14-17 May 2018
New Orleans
US/Central timezone

Sorption Stresses in Organic-Rich Rock Formations: Fundamental Processes and Reservoir Scale Implications

17 May 2018, 09:26
15m
New Orleans

New Orleans

Oral 20 Minutes MS 4.19: Rock/fluid Interactions and Their Impact on Flow and Transport in Geologic Media Parallel 9-A

Speaker

Prof. D. Nicolas Espinoza (The University of Texas at Austin)

Description

Hydrocarbon sorption in unconventional formations accounts for a significant amount of gas in place depending on rock mineralogy and organic content. Traditionally, sorption amount experiments have been performed on powders or crushed porous solids that ignore changes in pore structure.
Dilatometry experiments, however, show that changes of volume during sorption can result in dramatic changes to porosity structure that alter the organic-rich nanoporous solid. The maximum linear swelling strains in natural nanoporous media such as coal and shale caused by sorption of light hydrocarbons and CO2 vary from 0.05% to 1% and differ with respect to the orientation to deposition bedding.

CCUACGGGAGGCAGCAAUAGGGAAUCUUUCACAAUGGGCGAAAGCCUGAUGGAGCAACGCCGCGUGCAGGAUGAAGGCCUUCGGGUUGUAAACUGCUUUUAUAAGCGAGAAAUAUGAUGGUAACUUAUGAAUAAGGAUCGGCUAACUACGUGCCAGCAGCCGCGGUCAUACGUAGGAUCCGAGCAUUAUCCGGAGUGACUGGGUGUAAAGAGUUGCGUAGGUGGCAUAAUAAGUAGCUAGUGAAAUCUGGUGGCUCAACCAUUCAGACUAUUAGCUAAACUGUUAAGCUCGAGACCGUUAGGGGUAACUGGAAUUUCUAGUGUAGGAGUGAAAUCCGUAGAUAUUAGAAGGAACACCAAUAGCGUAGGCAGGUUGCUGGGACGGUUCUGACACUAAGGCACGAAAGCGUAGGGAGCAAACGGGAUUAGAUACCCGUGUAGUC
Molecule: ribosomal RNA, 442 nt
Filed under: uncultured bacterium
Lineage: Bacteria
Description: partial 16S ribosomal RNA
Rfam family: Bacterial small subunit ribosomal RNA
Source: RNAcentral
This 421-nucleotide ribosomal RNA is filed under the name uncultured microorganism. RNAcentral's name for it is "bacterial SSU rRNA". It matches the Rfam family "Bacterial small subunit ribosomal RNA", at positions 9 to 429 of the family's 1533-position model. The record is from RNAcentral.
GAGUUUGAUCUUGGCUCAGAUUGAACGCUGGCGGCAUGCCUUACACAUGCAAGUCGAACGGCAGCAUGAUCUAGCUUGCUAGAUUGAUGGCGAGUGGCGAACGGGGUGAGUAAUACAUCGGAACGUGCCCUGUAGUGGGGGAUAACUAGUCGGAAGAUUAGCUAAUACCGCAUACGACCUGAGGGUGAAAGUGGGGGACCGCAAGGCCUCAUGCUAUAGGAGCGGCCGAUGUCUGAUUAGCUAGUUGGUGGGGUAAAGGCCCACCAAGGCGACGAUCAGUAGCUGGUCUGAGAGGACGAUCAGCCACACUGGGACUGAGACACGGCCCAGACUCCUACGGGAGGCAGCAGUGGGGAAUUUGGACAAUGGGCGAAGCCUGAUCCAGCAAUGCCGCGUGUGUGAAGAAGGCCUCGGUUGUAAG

An organic-rich nanoporous solid exposed to a sorbate and constrained to do not deform, develops sorption stresses rather than sorption strains. The sorption stress was measured in coal with values as large as ~40 MPa at a CO2 bulk pressure of 5 MPa. Direct measurements of desorption stress have also been done in coal with CH4.
In this work we show a comprehensive review of sorption-induced strains and stresses in organic-rich rocks. We use these laboratory measurements in an up-scaled reservoir model that permits quantifying the effects of sorption-induced stresses on fracture permeability and on production rates. We compare cases of coal and shale natural gas reservoirs.
The results show that gas desorption-induced stresses have a significant effect on the evolution of stresses in the reservoir and therefore on the permeability of natural and induced fractures.

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Primary authors

Mr Igor Shovkun (The University of Texas at Austin) Prof. D. Nicolas Espinoza (The University of Texas at Austin)

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